The High Holidays have come and gone, which reminded me that it was another year of not celebrating with my extended family. Not only did I not travel, sitting in temple wasn’t in the cards for me either. My first excuse was that I’m well into my third trimester; my second excuse was that my 17-month-old son wouldn’t have sat still even if I had bribed him with freshly baked rugelach from Kupel’s Bakery. And yet I was comforted by a conversation with several other Jewish moms in similar situations at the Brewer Street tot lot in Jamaica Plain—as we discussed free tot services for the holidays, I was reminded that these women, these other mothers of young children, have become my tribe.
But I didn’t just meet these women at the playground; I first met most of them online. When I was pregnant with my son, I was directed by veteran moms to “JPMoms” and “GardenMoms,” BigTent.com groups for parents in Boston neighborhoods. There I not only used the classifieds to acquire umpteen baby items, I also found our night nurse and pediatrician through forum recommendations and archives, plus I shared my fears with other expectant moms and was comforted by their shared experiences. These resources made my first year as a mom much easier. There’s something comforting about having a 2 a.m. feeding and knowing you aren’t the only one awake who needs a new series recommendation on Netflix! Eventually I met these women in person through new mom support groups, classes and play dates.
On many occasions I have spoken to moms who ask me, “Where are all the Jewish moms?” Maybe it’s my Hebrew name or the fact that as a rabbi’s kid I’ve been involved in Jewish organizing since I could talk. But ironically, after meeting my husband on JDate, I wouldn’t consider myself anything more than “just Jewish,” and I’ve only been marginally involved in the Boston Jewish community. Yet when I was pregnant for the first time, that small connection was enough to get me in the door for an expectant mother’s brunch at Temple Israel of Boston. I felt like it was my way back to the Jewish community. After that my husband and I even took a parenting class with a Jewish twist; we did a nine-month program at Mayyim Hayyim Living Waters Community Mikveh and Education Center and signed up for all the available Jewish resources—Welcome Baby!, Jewish Family & Children’s Service (JF&CS) Visiting Moms program and PJ Library.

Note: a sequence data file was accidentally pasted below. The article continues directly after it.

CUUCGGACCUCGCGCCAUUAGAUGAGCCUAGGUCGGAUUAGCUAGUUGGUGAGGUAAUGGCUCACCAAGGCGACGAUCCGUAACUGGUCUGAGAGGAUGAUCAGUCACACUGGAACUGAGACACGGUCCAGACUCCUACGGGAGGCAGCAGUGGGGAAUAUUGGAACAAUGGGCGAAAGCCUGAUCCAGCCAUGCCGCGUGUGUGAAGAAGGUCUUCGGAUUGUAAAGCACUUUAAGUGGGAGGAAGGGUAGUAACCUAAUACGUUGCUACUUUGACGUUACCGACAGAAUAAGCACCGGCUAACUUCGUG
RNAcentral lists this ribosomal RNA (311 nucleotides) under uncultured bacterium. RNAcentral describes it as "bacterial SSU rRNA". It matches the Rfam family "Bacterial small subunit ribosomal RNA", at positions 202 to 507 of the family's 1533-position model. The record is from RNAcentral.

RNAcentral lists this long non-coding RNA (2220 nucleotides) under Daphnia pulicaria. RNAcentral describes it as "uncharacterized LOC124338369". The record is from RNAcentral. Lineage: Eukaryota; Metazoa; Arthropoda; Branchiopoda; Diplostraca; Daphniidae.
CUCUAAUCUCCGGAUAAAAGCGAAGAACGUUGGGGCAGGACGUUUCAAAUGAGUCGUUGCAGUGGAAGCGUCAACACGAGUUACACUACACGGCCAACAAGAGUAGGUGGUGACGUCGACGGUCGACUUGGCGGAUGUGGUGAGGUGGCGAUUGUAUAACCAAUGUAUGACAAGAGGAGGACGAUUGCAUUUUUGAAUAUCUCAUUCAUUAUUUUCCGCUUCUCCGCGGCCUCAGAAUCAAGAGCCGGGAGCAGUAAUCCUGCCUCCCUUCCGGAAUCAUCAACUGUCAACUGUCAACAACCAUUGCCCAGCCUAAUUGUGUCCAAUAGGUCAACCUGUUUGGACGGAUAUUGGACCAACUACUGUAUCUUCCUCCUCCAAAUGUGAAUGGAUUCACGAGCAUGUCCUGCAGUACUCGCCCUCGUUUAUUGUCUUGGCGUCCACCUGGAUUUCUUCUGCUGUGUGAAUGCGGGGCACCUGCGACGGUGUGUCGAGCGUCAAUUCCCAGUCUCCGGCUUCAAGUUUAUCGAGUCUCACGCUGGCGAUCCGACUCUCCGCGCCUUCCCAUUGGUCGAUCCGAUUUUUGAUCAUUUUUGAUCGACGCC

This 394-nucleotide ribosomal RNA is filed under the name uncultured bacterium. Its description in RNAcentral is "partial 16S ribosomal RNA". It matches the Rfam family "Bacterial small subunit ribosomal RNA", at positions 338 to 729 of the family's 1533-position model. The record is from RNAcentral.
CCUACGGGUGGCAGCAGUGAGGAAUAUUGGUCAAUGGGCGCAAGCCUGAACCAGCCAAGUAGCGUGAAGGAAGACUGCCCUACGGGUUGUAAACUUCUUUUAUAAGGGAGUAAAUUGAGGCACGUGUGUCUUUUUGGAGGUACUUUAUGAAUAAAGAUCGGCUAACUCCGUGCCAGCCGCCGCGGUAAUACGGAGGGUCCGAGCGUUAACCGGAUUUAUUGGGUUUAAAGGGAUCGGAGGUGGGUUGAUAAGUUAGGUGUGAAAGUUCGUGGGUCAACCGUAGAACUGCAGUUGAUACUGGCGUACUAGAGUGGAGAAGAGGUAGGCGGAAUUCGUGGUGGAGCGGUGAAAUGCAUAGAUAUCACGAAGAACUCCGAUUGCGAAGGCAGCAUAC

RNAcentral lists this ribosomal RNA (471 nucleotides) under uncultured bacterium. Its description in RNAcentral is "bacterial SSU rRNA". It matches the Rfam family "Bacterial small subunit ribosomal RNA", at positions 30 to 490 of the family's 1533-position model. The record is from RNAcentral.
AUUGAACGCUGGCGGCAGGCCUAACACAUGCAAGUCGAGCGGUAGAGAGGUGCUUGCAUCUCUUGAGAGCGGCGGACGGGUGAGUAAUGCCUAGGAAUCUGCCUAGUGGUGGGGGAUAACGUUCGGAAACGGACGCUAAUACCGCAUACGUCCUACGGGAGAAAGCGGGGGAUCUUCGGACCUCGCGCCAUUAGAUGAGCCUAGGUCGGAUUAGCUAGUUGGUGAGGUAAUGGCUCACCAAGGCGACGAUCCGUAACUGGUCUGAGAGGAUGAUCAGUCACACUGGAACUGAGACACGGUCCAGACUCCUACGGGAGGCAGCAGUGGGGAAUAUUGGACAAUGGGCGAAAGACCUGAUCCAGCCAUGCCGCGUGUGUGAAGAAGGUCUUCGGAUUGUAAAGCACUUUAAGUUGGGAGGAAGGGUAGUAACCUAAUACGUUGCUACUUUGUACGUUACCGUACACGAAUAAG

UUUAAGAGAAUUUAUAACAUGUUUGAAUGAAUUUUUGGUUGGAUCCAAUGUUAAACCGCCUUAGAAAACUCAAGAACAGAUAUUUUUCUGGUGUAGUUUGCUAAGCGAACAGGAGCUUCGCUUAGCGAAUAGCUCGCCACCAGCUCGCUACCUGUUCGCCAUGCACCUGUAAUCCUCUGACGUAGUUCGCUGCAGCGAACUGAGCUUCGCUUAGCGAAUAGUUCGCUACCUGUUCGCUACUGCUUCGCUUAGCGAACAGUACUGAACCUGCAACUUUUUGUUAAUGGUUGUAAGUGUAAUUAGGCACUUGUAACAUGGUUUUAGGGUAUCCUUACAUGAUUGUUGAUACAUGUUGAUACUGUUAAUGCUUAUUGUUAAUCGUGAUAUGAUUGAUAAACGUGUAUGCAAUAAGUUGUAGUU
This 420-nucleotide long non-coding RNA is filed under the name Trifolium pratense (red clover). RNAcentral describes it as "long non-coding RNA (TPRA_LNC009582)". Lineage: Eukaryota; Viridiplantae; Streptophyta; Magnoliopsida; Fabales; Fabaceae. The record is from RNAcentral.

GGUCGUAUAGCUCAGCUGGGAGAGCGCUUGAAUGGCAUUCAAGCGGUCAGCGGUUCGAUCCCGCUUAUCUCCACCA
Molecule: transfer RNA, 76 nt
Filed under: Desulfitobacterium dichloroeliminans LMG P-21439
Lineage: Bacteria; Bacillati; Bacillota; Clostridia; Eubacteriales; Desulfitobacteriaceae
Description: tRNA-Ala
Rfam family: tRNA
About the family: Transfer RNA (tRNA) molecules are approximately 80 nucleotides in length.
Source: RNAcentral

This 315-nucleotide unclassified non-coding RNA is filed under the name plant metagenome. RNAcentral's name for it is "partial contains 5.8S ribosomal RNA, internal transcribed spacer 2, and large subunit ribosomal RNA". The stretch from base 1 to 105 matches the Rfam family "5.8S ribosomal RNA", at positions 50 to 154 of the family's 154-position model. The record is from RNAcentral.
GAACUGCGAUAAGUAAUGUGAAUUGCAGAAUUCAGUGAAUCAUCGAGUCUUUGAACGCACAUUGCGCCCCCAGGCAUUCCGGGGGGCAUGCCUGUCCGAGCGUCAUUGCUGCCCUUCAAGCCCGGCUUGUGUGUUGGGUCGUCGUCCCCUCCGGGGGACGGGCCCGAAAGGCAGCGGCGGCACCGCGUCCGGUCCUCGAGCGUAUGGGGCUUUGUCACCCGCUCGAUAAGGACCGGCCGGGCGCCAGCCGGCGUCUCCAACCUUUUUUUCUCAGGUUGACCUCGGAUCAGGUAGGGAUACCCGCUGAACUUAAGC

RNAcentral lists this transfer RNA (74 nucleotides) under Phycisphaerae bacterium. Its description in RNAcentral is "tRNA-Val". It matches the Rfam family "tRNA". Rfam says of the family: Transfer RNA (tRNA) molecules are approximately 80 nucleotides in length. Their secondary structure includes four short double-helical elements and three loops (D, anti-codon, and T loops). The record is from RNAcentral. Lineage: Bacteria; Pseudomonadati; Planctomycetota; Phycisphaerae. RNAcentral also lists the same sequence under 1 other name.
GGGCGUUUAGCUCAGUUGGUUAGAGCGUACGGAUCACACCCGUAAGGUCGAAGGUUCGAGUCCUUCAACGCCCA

When my son was born, I took him to a few Shabbat services, Jewish-centric meet-ups and a JF&CS new mom group. But my son learned to walk, nap times changed and I found I was no longer making the effort. With my daughter’s birth around the corner, I find myself gravitating toward the same resources, and the same hope lingers—maybe this is my way back to the Jewish community. I have spoken with friends about checking out various tot Shabbat services and other city-based programs, but it seems as if resources for Jewish parents are harder to find. So I decided to take a step I think will help—along with Julie Unger, Temple Israel’s families with young children coordinator, I created a BigTent.com group for Jewish families with young children in Boston. It’s my hope that other local Jewish parents of kids 5 and under will gather online to post events, reviews, questions, answers and classifieds. And next time someone asks me where all the Jewish moms are, I can point them to this virtual group that will, over time, foster personal relationships as well. I invite you to join us at bigtent.com/groups/jfambos!
Yael Halpern has lived in the Boston area for 10 years and currently resides in Jamaica Plain with her husband and son. She’s a full-time mom, part-time massage therapist and small-business marketer.
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